Ambivalence towards the Landsknechts is reflected in this German figure apparently from a group representing the Stoning of Stephen, c 1520 (Walters Art Museum)
Landsknechte typically came from Swabia, Alsace, Flanders, and the Rhineland, but ultimately the regiments were made up of men from all parts of Europe.
Their battlefield behavior was highly variable. Sometimes, such as at the Battle of Pavia (1525), they performed exceptionally well, fighting to the death on both sides of the conflict, even after their allies fled the field, as was the case for the French employed Landsknechte. The Imperial Landsknechte were instrumental in the Emperor's victory. However, on many other occasions, (such as in the later Italian Wars, French Wars of Religion and the Eighty Years War) their bravery and discipline came under severe criticism, and the Spanish elements of the Imperial army regularly deprecated the battlefield usefulness of the Landsknechte—it was said that the Duke of Alba hired them only to deny their services to the Dutch enemy, and put them on display to swell his numbers, not intending to fight with them. The Huguenots scorned their Landsknecht mercenaries after these were immediately routed by the battered Swiss mercenary pike-block they had been sent to finish off at the Battle of Dreux (1562).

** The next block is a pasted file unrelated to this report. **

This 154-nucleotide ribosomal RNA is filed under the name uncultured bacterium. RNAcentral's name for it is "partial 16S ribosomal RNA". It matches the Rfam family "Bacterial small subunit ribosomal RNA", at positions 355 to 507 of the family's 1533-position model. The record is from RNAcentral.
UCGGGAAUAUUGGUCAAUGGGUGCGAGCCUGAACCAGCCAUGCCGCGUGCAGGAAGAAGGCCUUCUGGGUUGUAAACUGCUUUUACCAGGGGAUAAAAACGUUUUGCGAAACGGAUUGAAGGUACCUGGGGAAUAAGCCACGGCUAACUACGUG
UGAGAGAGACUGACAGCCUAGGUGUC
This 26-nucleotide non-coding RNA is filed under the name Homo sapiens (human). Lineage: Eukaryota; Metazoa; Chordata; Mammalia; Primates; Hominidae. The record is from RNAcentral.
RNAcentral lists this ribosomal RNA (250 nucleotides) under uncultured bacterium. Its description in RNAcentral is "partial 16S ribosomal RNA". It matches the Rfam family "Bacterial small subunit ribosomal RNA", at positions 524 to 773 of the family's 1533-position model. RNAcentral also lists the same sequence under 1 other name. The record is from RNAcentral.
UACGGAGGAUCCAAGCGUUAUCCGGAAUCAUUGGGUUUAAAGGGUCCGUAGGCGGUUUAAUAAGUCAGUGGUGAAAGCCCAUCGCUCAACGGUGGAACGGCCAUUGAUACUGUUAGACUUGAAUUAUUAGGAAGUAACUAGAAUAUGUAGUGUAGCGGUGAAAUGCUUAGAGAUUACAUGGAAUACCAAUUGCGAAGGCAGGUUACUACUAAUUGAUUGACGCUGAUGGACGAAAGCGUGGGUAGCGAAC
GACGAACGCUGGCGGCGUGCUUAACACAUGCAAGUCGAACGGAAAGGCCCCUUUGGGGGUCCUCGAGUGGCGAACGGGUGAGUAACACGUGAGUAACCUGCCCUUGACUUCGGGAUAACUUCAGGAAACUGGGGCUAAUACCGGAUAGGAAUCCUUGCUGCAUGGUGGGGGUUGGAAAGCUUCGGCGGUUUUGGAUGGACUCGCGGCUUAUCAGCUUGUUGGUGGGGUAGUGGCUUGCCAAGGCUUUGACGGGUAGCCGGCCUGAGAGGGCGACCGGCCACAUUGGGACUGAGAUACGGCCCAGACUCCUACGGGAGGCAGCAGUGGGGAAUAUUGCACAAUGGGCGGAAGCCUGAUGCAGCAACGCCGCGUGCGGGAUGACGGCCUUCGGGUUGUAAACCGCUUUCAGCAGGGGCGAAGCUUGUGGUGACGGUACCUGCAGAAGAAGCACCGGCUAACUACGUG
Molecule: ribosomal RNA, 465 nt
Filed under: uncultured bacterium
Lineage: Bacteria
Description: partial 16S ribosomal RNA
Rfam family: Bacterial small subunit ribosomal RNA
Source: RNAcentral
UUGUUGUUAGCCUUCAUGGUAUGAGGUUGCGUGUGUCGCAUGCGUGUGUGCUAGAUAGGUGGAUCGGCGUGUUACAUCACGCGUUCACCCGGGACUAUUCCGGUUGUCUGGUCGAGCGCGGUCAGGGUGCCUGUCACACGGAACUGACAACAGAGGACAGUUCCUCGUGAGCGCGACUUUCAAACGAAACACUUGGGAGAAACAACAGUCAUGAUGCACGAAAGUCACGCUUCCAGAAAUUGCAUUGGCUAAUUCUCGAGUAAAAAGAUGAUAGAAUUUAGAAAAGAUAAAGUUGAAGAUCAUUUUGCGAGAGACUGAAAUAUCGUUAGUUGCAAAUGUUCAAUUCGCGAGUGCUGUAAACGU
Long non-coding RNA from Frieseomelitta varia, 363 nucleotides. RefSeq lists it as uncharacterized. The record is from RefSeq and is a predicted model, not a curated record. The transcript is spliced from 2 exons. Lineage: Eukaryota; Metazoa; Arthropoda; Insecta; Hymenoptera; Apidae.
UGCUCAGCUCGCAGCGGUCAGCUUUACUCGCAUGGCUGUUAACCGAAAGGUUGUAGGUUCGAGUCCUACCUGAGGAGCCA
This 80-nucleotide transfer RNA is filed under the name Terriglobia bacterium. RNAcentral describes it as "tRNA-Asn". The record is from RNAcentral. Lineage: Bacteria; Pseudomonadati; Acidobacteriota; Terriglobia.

The army of the Holy Roman Emperor defeated the French army in Italy, but funds were not available to pay the soldiers. The 34,000 Imperial troops mutinied and forced their commander, Charles III, Duke of Bourbon and Constable of France, to lead them towards Rome. The Sack of Rome in 1527 was executed by some 6,000 Spaniards under the Duke, 14,000 Landsknechts under Georg von Frundsberg, some Italian infantry and some cavalry.